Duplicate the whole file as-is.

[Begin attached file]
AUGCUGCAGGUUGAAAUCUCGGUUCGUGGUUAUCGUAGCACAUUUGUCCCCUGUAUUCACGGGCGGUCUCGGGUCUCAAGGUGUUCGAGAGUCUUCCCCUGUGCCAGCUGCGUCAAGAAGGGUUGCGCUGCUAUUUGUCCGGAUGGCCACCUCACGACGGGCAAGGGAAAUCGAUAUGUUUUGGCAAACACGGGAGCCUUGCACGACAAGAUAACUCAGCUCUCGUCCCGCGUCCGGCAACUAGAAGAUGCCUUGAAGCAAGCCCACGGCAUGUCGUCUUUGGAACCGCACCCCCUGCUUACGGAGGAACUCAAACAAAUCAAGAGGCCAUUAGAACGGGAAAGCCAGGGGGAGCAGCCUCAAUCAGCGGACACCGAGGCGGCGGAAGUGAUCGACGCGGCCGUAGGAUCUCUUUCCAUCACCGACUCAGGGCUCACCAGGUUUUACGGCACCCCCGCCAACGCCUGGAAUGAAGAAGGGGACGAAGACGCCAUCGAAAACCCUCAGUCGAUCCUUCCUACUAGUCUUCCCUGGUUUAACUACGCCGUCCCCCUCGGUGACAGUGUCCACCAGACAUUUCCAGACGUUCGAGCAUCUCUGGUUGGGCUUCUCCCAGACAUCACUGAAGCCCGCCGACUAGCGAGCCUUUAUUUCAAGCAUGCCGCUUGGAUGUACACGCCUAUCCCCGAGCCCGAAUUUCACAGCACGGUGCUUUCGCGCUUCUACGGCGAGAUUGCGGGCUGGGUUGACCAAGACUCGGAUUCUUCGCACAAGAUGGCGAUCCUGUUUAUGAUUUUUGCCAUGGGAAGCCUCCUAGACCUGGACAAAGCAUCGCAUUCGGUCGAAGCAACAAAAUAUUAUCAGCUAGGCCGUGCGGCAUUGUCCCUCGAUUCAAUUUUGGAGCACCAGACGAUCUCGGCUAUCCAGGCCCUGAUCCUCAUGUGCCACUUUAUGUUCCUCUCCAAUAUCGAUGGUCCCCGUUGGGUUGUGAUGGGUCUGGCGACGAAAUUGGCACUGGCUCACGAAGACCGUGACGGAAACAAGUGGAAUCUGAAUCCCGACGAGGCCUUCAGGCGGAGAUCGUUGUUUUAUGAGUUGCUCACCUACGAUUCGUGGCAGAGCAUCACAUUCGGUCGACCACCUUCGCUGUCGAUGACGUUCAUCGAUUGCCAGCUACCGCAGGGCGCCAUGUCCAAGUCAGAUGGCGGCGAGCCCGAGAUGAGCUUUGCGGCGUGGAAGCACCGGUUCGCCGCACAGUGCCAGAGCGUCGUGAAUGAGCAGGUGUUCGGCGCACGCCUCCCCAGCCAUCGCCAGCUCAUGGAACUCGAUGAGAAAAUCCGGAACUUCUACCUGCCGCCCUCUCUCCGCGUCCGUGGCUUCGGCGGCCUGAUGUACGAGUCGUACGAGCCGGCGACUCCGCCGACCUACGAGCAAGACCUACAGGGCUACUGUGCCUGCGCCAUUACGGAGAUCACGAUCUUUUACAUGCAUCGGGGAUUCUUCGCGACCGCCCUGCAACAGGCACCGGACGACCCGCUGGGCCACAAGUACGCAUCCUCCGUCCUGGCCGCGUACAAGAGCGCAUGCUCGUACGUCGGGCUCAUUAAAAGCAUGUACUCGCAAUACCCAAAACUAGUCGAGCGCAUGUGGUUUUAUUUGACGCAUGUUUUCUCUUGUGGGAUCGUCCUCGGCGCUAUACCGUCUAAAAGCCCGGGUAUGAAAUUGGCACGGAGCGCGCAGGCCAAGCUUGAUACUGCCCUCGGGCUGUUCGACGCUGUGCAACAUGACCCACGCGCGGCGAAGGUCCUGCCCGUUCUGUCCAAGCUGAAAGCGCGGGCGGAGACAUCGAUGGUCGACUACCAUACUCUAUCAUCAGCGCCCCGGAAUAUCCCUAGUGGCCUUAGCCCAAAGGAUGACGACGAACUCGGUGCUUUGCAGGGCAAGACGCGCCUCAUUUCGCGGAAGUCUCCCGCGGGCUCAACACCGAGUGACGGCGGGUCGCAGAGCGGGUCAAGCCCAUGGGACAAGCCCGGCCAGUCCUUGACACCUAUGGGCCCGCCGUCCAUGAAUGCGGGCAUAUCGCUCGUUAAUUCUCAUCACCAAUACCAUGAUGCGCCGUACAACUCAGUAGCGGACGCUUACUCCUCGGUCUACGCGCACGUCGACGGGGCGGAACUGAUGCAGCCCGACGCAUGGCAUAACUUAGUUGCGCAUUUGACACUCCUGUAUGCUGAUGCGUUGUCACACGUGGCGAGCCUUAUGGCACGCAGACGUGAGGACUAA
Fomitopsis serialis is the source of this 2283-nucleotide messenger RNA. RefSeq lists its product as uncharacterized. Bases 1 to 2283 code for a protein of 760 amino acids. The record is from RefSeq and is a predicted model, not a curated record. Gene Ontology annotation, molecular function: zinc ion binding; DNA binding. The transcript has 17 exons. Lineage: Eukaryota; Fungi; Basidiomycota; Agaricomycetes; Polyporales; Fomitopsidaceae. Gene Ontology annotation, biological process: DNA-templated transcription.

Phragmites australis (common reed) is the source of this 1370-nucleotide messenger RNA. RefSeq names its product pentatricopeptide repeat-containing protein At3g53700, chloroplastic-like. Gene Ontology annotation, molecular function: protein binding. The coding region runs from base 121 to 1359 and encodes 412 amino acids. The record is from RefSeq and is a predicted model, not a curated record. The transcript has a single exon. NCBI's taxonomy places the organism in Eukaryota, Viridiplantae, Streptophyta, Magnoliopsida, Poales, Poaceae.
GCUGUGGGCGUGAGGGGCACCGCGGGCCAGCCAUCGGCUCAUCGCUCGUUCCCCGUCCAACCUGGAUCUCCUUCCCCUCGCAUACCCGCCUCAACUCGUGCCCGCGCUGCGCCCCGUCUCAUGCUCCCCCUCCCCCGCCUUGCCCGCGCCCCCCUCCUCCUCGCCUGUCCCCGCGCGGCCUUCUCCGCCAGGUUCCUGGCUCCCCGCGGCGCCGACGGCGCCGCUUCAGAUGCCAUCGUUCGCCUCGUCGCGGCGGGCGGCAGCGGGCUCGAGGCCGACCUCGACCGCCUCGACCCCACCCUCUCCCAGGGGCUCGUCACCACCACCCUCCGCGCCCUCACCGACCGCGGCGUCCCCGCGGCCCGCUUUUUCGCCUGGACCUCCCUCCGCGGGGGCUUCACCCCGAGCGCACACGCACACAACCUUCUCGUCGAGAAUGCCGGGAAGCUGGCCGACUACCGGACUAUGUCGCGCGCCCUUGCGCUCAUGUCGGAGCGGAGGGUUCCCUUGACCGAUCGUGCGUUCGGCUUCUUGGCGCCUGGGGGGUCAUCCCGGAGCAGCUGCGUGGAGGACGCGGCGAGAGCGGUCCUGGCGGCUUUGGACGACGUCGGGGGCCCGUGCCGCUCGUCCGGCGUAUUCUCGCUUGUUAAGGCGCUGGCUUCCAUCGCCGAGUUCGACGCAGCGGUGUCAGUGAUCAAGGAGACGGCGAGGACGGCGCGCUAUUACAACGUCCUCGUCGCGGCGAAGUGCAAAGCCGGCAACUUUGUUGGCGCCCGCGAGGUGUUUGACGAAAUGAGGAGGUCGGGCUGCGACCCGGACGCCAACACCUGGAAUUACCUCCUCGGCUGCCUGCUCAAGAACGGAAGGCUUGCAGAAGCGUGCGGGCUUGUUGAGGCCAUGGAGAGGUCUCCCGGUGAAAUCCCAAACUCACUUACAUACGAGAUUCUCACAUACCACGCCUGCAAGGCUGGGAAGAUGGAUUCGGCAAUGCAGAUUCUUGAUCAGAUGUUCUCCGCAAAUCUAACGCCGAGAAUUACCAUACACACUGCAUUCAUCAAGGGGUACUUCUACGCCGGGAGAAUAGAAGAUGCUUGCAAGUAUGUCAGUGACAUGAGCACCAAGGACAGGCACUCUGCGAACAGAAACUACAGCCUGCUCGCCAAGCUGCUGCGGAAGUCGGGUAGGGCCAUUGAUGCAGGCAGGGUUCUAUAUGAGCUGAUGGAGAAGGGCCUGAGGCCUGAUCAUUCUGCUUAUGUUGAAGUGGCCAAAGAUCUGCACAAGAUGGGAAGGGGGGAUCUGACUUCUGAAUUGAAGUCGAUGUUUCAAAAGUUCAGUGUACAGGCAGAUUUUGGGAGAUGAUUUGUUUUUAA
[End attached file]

AUGCUGCAGGUUGAAAUCUCGGUUCGUGGUUAUCGUAGCACAUUUGUCCCCUGUAUUCACGGGCGGUCUCGGGUCUCAAGGUGUUCGAGAGUCUUCCCCUGUGCCAGCUGCGUCAAGAAGGGUUGCGCUGCUAUUUGUCCGGAUGGCCACCUCACGACGGGCAAGGGAAAUCGAUAUGUUUUGGCAAACACGGGAGCCUUGCACGACAAGAUAACUCAGCUCUCGUCCCGCGUCCGGCAACUAGAAGAUGCCUUGAAGCAAGCCCACGGCAUGUCGUCUUUGGAACCGCACCCCCUGCUUACGGAGGAACUCAAACAAAUCAAGAGGCCAUUAGAACGGGAAAGCCAGGGGGAGCAGCCUCAAUCAGCGGACACCGAGGCGGCGGAAGUGAUCGACGCGGCCGUAGGAUCUCUUUCCAUCACCGACUCAGGGCUCACCAGGUUUUACGGCACCCCCGCCAACGCCUGGAAUGAAGAAGGGGACGAAGACGCCAUCGAAAACCCUCAGUCGAUCCUUCCUACUAGUCUUCCCUGGUUUAACUACGCCGUCCCCCUCGGUGACAGUGUCCACCAGACAUUUCCAGACGUUCGAGCAUCUCUGGUUGGGCUUCUCCCAGACAUCACUGAAGCCCGCCGACUAGCGAGCCUUUAUUUCAAGCAUGCCGCUUGGAUGUACACGCCUAUCCCCGAGCCCGAAUUUCACAGCACGGUGCUUUCGCGCUUCUACGGCGAGAUUGCGGGCUGGGUUGACCAAGACUCGGAUUCUUCGCACAAGAUGGCGAUCCUGUUUAUGAUUUUUGCCAUGGGAAGCCUCCUAGACCUGGACAAAGCAUCGCAUUCGGUCGAAGCAACAAAAUAUUAUCAGCUAGGCCGUGCGGCAUUGUCCCUCGAUUCAAUUUUGGAGCACCAGACGAUCUCGGCUAUCCAGGCCCUGAUCCUCAUGUGCCACUUUAUGUUCCUCUCCAAUAUCGAUGGUCCCCGUUGGGUUGUGAUGGGUCUGGCGACGAAAUUGGCACUGGCUCACGAAGACCGUGACGGAAACAAGUGGAAUCUGAAUCCCGACGAGGCCUUCAGGCGGAGAUCGUUGUUUUAUGAGUUGCUCACCUACGAUUCGUGGCAGAGCAUCACAUUCGGUCGACCACCUUCGCUGUCGAUGACGUUCAUCGAUUGCCAGCUACCGCAGGGCGCCAUGUCCAAGUCAGAUGGCGGCGAGCCCGAGAUGAGCUUUGCGGCGUGGAAGCACCGGUUCGCCGCACAGUGCCAGAGCGUCGUGAAUGAGCAGGUGUUCGGCGCACGCCUCCCCAGCCAUCGCCAGCUCAUGGAACUCGAUGAGAAAAUCCGGAACUUCUACCUGCCGCCCUCUCUCCGCGUCCGUGGCUUCGGCGGCCUGAUGUACGAGUCGUACGAGCCGGCGACUCCGCCGACCUACGAGCAAGACCUACAGGGCUACUGUGCCUGCGCCAUUACGGAGAUCACGAUCUUUUACAUGCAUCGGGGAUUCUUCGCGACCGCCCUGCAACAGGCACCGGACGACCCGCUGGGCCACAAGUACGCAUCCUCCGUCCUGGCCGCGUACAAGAGCGCAUGCUCGUACGUCGGGCUCAUUAAAAGCAUGUACUCGCAAUACCCAAAACUAGUCGAGCGCAUGUGGUUUUAUUUGACGCAUGUUUUCUCUUGUGGGAUCGUCCUCGGCGCUAUACCGUCUAAAAGCCCGGGUAUGAAAUUGGCACGGAGCGCGCAGGCCAAGCUUGAUACUGCCCUCGGGCUGUUCGACGCUGUGCAACAUGACCCACGCGCGGCGAAGGUCCUGCCCGUUCUGUCCAAGCUGAAAGCGCGGGCGGAGACAUCGAUGGUCGACUACCAUACUCUAUCAUCAGCGCCCCGGAAUAUCCCUAGUGGCCUUAGCCCAAAGGAUGACGACGAACUCGGUGCUUUGCAGGGCAAGACGCGCCUCAUUUCGCGGAAGUCUCCCGCGGGCUCAACACCGAGUGACGGCGGGUCGCAGAGCGGGUCAAGCCCAUGGGACAAGCCCGGCCAGUCCUUGACACCUAUGGGCCCGCCGUCCAUGAAUGCGGGCAUAUCGCUCGUUAAUUCUCAUCACCAAUACCAUGAUGCGCCGUACAACUCAGUAGCGGACGCUUACUCCUCGGUCUACGCGCACGUCGACGGGGCGGAACUGAUGCAGCCCGACGCAUGGCAUAACUUAGUUGCGCAUUUGACACUCCUGUAUGCUGAUGCGUUGUCACACGUGGCGAGCCUUAUGGCACGCAGACGUGAGGACUAA
Fomitopsis serialis is the source of this 2283-nucleotide messenger RNA. RefSeq lists its product as uncharacterized. Bases 1 to 2283 code for a protein of 760 amino acids. The record is from RefSeq and is a predicted model, not a curated record. Gene Ontology annotation, molecular function: zinc ion binding; DNA binding. The transcript has 17 exons. Lineage: Eukaryota; Fungi; Basidiomycota; Agaricomycetes; Polyporales; Fomitopsidaceae. Gene Ontology annotation, biological process: DNA-templated transcription.

Phragmites australis (common reed) is the source of this 1370-nucleotide messenger RNA. RefSeq names its product pentatricopeptide repeat-containing protein At3g53700, chloroplastic-like. Gene Ontology annotation, molecular function: protein binding. The coding region runs from base 121 to 1359 and encodes 412 amino acids. The record is from RefSeq and is a predicted model, not a curated record. The transcript has a single exon. NCBI's taxonomy places the organism in Eukaryota, Viridiplantae, Streptophyta, Magnoliopsida, Poales, Poaceae.
GCUGUGGGCGUGAGGGGCACCGCGGGCCAGCCAUCGGCUCAUCGCUCGUUCCCCGUCCAACCUGGAUCUCCUUCCCCUCGCAUACCCGCCUCAACUCGUGCCCGCGCUGCGCCCCGUCUCAUGCUCCCCCUCCCCCGCCUUGCCCGCGCCCCCCUCCUCCUCGCCUGUCCCCGCGCGGCCUUCUCCGCCAGGUUCCUGGCUCCCCGCGGCGCCGACGGCGCCGCUUCAGAUGCCAUCGUUCGCCUCGUCGCGGCGGGCGGCAGCGGGCUCGAGGCCGACCUCGACCGCCUCGACCCCACCCUCUCCCAGGGGCUCGUCACCACCACCCUCCGCGCCCUCACCGACCGCGGCGUCCCCGCGGCCCGCUUUUUCGCCUGGACCUCCCUCCGCGGGGGCUUCACCCCGAGCGCACACGCACACAACCUUCUCGUCGAGAAUGCCGGGAAGCUGGCCGACUACCGGACUAUGUCGCGCGCCCUUGCGCUCAUGUCGGAGCGGAGGGUUCCCUUGACCGAUCGUGCGUUCGGCUUCUUGGCGCCUGGGGGGUCAUCCCGGAGCAGCUGCGUGGAGGACGCGGCGAGAGCGGUCCUGGCGGCUUUGGACGACGUCGGGGGCCCGUGCCGCUCGUCCGGCGUAUUCUCGCUUGUUAAGGCGCUGGCUUCCAUCGCCGAGUUCGACGCAGCGGUGUCAGUGAUCAAGGAGACGGCGAGGACGGCGCGCUAUUACAACGUCCUCGUCGCGGCGAAGUGCAAAGCCGGCAACUUUGUUGGCGCCCGCGAGGUGUUUGACGAAAUGAGGAGGUCGGGCUGCGACCCGGACGCCAACACCUGGAAUUACCUCCUCGGCUGCCUGCUCAAGAACGGAAGGCUUGCAGAAGCGUGCGGGCUUGUUGAGGCCAUGGAGAGGUCUCCCGGUGAAAUCCCAAACUCACUUACAUACGAGAUUCUCACAUACCACGCCUGCAAGGCUGGGAAGAUGGAUUCGGCAAUGCAGAUUCUUGAUCAGAUGUUCUCCGCAAAUCUAACGCCGAGAAUUACCAUACACACUGCAUUCAUCAAGGGGUACUUCUACGCCGGGAGAAUAGAAGAUGCUUGCAAGUAUGUCAGUGACAUGAGCACCAAGGACAGGCACUCUGCGAACAGAAACUACAGCCUGCUCGCCAAGCUGCUGCGGAAGUCGGGUAGGGCCAUUGAUGCAGGCAGGGUUCUAUAUGAGCUGAUGGAGAAGGGCCUGAGGCCUGAUCAUUCUGCUUAUGUUGAAGUGGCCAAAGAUCUGCACAAGAUGGGAAGGGGGGAUCUGACUUCUGAAUUGAAGUCGAUGUUUCAAAAGUUCAGUGUACAGGCAGAUUUUGGGAGAUGAUUUGUUUUUAA